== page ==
Smoke on the horizon

Josh Bendick, winemaker at Holly's Hill (try the Classique Mourvedre), said he and his wife had loaded up their trucks and even their cats for a mandatory evacuation when they discovered they lived on a quirk of the evacuation map: their home next to the winery was actually right on the line, and for some reason Josh's wife and co-winemaker Carrie Bendick got an evacuation notice but he did not.

"We have a good escape route, so we decided to stay," Bendick told Wine-Searcher. "The night we nearly got evacuated, the cops were driving around, with the sirens. We shut off all the lights. I didn't want them to find us."

Now Holly's Hill is enjoying blue skies and good air quality as the fire has moved away, but he can see the smoke over Lake Tahoe. Like Bumgarner, he took advantage of the opportunity to harvest some grapes: the road to the front of the winery was closed, but a back road was open.

"It's still super early for harvest. We don't usually pick until later in September," Bendick said. "We started picking grapes early because we were afraid of smoke taint. We got all our rosés in; we got our Viognier in. It was hard sampling grapes with a mask on. But it was so smoky.

Bendick said he isn't worried about picking earlier than usual.

"It kind of works for us because we've been going to a lower-alcohol style, slowly," he said. "It would be nerve-wracking if we were picking Grenache this early."

Charles Mansfield is the owner of Goldbud Farm, which does contract farming and sells grapes to a number of local wineries. He said if wineries want the grapes, he will get them harvested.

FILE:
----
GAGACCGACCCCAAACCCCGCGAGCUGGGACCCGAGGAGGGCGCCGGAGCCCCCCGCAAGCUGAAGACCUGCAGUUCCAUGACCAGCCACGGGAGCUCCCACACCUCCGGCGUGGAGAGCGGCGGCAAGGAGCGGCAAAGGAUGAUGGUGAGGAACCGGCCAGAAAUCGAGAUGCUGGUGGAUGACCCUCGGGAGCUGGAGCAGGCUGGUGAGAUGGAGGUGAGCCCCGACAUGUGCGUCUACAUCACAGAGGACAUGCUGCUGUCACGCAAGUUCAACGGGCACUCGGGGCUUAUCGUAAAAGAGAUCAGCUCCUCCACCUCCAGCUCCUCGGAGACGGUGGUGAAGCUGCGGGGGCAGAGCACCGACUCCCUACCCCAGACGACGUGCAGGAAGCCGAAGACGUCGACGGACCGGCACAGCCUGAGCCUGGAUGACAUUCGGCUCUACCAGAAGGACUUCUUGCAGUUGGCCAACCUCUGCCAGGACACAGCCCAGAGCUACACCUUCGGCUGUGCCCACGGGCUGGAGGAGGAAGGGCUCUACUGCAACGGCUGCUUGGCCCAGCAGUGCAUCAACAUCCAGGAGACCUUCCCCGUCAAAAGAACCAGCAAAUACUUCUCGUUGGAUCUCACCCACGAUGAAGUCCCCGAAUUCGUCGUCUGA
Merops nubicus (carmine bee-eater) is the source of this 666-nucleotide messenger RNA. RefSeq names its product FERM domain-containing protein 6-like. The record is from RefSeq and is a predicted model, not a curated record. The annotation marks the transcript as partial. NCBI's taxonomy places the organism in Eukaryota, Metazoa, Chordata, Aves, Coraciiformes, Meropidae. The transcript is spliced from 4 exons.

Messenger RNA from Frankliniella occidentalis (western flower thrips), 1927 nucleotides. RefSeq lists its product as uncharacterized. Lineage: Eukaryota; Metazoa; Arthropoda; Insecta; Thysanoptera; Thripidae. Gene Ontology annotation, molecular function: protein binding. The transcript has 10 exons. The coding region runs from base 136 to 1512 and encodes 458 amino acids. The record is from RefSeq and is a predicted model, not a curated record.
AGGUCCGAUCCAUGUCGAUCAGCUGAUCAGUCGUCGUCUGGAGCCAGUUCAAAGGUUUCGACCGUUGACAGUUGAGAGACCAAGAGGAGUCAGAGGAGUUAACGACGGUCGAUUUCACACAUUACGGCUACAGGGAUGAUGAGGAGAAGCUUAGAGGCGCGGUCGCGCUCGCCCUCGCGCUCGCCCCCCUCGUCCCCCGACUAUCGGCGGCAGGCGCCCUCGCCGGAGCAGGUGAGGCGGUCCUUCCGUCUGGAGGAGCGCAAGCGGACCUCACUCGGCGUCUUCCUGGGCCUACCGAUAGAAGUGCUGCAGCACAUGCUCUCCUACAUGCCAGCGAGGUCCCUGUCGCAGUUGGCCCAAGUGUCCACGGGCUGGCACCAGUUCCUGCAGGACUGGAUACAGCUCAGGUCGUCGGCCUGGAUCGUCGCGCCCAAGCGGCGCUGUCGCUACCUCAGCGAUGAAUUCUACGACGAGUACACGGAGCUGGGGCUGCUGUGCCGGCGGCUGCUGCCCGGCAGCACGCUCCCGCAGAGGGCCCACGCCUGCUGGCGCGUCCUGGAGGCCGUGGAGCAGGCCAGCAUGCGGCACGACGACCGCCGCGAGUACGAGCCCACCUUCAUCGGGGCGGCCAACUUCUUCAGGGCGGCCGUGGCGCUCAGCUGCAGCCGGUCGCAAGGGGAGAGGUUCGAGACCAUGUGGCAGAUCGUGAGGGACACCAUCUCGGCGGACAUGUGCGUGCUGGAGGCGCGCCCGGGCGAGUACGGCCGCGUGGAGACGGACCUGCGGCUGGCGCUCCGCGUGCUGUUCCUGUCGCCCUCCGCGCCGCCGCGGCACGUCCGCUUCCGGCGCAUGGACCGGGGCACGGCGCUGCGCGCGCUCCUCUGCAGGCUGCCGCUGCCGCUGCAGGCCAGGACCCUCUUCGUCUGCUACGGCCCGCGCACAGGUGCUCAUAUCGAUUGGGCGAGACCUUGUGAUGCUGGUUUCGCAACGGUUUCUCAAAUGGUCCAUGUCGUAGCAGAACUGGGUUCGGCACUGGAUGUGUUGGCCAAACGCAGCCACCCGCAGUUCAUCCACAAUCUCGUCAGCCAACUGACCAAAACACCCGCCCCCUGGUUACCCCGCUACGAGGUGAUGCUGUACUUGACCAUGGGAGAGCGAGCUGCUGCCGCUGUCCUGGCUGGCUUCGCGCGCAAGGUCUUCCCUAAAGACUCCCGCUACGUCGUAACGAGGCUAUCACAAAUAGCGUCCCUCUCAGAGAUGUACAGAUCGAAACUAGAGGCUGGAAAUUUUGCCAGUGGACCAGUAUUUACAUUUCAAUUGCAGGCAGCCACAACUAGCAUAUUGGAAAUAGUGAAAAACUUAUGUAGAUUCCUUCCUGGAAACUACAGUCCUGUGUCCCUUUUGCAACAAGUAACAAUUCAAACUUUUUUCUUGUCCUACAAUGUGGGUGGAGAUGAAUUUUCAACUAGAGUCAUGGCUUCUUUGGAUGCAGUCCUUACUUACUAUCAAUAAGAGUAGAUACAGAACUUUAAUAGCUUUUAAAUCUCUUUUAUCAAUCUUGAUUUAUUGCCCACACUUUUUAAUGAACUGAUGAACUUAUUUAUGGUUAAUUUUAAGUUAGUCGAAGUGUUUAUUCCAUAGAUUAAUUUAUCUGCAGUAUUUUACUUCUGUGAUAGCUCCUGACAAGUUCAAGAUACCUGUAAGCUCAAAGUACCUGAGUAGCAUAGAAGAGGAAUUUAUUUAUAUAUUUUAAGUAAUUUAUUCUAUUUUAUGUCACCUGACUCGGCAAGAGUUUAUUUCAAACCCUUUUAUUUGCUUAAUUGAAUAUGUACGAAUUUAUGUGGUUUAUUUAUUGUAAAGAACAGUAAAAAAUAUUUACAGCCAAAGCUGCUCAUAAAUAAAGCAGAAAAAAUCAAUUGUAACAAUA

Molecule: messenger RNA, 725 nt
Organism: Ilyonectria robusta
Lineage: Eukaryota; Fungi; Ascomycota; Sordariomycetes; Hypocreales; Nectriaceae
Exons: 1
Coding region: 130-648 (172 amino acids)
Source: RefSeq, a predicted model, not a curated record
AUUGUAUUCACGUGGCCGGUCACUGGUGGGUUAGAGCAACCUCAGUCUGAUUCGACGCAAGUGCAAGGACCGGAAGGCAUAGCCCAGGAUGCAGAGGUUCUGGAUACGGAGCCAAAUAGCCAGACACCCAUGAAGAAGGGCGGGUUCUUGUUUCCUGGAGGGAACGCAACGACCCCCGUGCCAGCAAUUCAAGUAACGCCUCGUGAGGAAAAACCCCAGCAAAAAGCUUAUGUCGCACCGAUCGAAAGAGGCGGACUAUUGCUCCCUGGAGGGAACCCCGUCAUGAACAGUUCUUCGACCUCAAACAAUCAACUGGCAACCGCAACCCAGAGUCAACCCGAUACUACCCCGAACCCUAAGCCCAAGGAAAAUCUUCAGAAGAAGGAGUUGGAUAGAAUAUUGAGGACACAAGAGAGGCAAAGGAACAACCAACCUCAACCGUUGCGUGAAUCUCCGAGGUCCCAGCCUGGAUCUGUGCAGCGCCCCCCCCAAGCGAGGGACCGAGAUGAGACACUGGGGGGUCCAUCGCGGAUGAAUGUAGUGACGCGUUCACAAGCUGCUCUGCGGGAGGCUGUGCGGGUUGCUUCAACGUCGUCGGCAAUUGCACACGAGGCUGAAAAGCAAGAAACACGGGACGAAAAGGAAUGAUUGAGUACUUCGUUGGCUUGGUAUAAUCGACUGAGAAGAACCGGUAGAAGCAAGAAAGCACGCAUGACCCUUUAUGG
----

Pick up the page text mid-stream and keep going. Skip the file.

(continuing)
"For us this year will not be as lucrative and we’ll do some discounting because we have to share this in way that keeps business," Mansfield said. "We have no choice but to do what we can do. Goldbud is a balanced company: we own, lease and manage for other owners. We have to try to get them some revenue. Same goes for my field guys. They make a good amount of money picking the grapes and you take that away from a population that already doesn’t have a lot. We owe it to them to give them a chance."

Mansfield said that all growers and wineries are concerned about smoke taint.

"At this time, the one trend that is apparent is proximity to the flames. This is the biggest correlation to bad flavors in the wine," Mansfield said. "I almost look at it like Chernobyl. If you are standing next to the reactor with a hole in it, you’re in trouble. The further away you get the more tolerance there is. Donkey and Goat [Winery] last year got really creative with their winemaking with smoke taint. Lighter press, making rosés. Wineries that will go down swinging and pivot I'll do the same for them. Takes a lot of communication, and a hit financially. But the alternative is to just pack it in. I don't give up until no one answers my calls.

"I believe the industry here is evolving into a French model: they don't irrigate, or won't make a wine when it's not good enough. The future is that we are going to make wine based on what nature gives us."